My Wife, Our Wedding, Our Plans, and More," by Jody (June, 2000, from China)
I met a woman here in China, right after I got here last fall (September 1999). She is Chinese, and she works at the college. Her English name is Lei Shen Baumgartner, from her Chinese name Shen Heng Lei.
Lei is 25 years old, and her hometown is Urumqi, the capital city of the province of Xinjiang, which is in northwest China. This is where her parents, university instructors (semi-retired) live. (Her father's name is Shen Da Zhi, her mother's, Wang Meng) She has one older sister (named Shen Heng Ying), she and her husband live in Urumqi also.
Lei has been in Beijing for about 7 years now. She attended and graduated from the university that ICB (where I am teaching) is part of, the China Agricultural Engineering University, with an engineering degree (in electronics). She has almost no interest in this field. After college, partly because of her English language abilities, she started working for ICB as an administrator. Right now she is responsible for a many things, not least of which is academic affairs (programs, schedules, etc.). Yes, that means that technically she is my immediate supervisor.
We began seeing each other about the middle of September. On our third date we ended up spending the night in Tiananmen Square, a very Chinese thing to do. Things progressed from there, and we got engaged on April 20th. There was a fairly bureaucratic procedure which we had to go through in order to get married, but after about a month of hot cab rides throughout the city, not a little money, and a bit of worry, we finally tied the knot on May 31st. Afterwards we went to Tiananmen Square, where we headed to the middle and found a guy who looked like a photographer and asked him to take pictures while we exchanged rings and kissed, and then flew a kite in the Square.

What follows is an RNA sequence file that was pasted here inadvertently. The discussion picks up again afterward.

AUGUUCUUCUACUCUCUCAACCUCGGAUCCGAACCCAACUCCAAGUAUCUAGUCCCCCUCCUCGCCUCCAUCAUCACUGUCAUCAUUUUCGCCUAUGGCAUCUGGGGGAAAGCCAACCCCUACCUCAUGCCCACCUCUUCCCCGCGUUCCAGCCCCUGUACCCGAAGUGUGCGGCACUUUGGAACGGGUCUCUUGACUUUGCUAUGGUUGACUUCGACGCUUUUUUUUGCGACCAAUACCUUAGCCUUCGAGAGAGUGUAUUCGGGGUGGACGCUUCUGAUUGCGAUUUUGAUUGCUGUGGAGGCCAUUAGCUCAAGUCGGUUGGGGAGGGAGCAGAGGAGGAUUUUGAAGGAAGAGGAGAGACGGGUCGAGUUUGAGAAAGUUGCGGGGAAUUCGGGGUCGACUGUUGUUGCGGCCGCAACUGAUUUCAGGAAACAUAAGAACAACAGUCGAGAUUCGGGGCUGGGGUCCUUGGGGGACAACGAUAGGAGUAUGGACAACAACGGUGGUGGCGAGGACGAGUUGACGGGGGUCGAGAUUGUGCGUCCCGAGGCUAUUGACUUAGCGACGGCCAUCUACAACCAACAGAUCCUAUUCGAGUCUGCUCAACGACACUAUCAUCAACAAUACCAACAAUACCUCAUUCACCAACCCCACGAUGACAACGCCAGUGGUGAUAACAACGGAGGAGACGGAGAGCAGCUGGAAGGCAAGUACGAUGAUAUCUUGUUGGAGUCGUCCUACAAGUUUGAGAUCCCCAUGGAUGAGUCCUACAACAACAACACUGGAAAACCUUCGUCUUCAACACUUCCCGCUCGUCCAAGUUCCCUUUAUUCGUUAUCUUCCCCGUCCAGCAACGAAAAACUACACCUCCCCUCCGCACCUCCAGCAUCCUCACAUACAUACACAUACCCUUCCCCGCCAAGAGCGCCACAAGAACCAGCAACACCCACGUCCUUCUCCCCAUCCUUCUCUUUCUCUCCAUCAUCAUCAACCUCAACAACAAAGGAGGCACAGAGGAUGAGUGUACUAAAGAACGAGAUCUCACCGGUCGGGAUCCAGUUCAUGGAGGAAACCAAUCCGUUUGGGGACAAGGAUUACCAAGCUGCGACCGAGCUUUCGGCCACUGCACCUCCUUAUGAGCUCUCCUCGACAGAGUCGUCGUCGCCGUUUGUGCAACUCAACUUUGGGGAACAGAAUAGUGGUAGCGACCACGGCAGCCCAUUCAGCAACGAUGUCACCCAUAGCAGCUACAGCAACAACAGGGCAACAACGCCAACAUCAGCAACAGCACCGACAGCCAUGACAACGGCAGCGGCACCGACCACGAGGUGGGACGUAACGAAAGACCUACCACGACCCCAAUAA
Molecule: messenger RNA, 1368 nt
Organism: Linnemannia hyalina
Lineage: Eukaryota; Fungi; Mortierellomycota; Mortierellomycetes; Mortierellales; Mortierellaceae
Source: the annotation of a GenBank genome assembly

We had a reception for about 70 people on July 8th (a lucky date). Because the wedding itself is such a bureaucratic affair (and, since you can only get it finalized on a Monday or Wednesday afternoon, at least here in Beijing), it's not unusual for the reception to be at a later date. I met her parents and several of her friends that weekend. The reception was about 3 hours long, a dinner, with a few speeches and games (you'll have to ask if you want details on this part...), and MANY pictures. Actually, we didn't even get to finish our food - every 2 or 3 minutes we had to get up and have another picture taken. In general though, it was pretty much like a wedding reception in the U.S., with a cake, flowers (what a trick this was for me - by myself - ordering these and having them delivered, all with my very limited language ability), gifts - family, friends, and colleagues gathered to wish us well. Very very nice day.
Wedding pictures? Oh yes, and to beat the band. It's very popular here (for those who can afford it) to go to a studio and get these taken. Our package, for about $475, included one poster-sized framed picture of us, one normal portrait-sized framed picture, several cards, and two identical albums (one big - 12" x 24" - and one smaller) containing about 20 of the shots from the photo session. The session? Nine hours on a Saturday, including six costume changes and makeup for her. The results are great, although the big framed picture is REALLY big (almost embarrassing).
There was really no official honeymoon as such, partly because we were in the middle of the semester when we got married. We had taken a vacation in May (Laborer's Holiday, this year one full week) to the Three Gorges area of the Yangstze River (beautiful), and in August, we went to Xinjiang to stay with her parents for almost two weeks.
What's next? An Alien Spouse visa. The reason for getting married as soon as we did was so that we could apply for this (for that matter, why NOT get married soon?). We put the application for the visa into the Beijing office of the U.S. I.N.S. in late July; next there is an interview, and after that another one - the major one - in Guangzhou. They say the whole process takes about 6-12 months. I'm not expecting any problems (neither she nor I are government employees, it's a legitimate marriage, etc.). With any luck we will be back in the U.S. by late January or February. In the meantime we will both still be at ICB.
When we get to the States we will plan another (unofficial) wedding "ceremony" of sorts and reception, probably in Florida. Then the plan is to take an extended (a month?) period of time and travel the country so she (and I in many cases) can see her new home. Then, who knows? Lei wants to go to school (she is thinking along the lines of business school).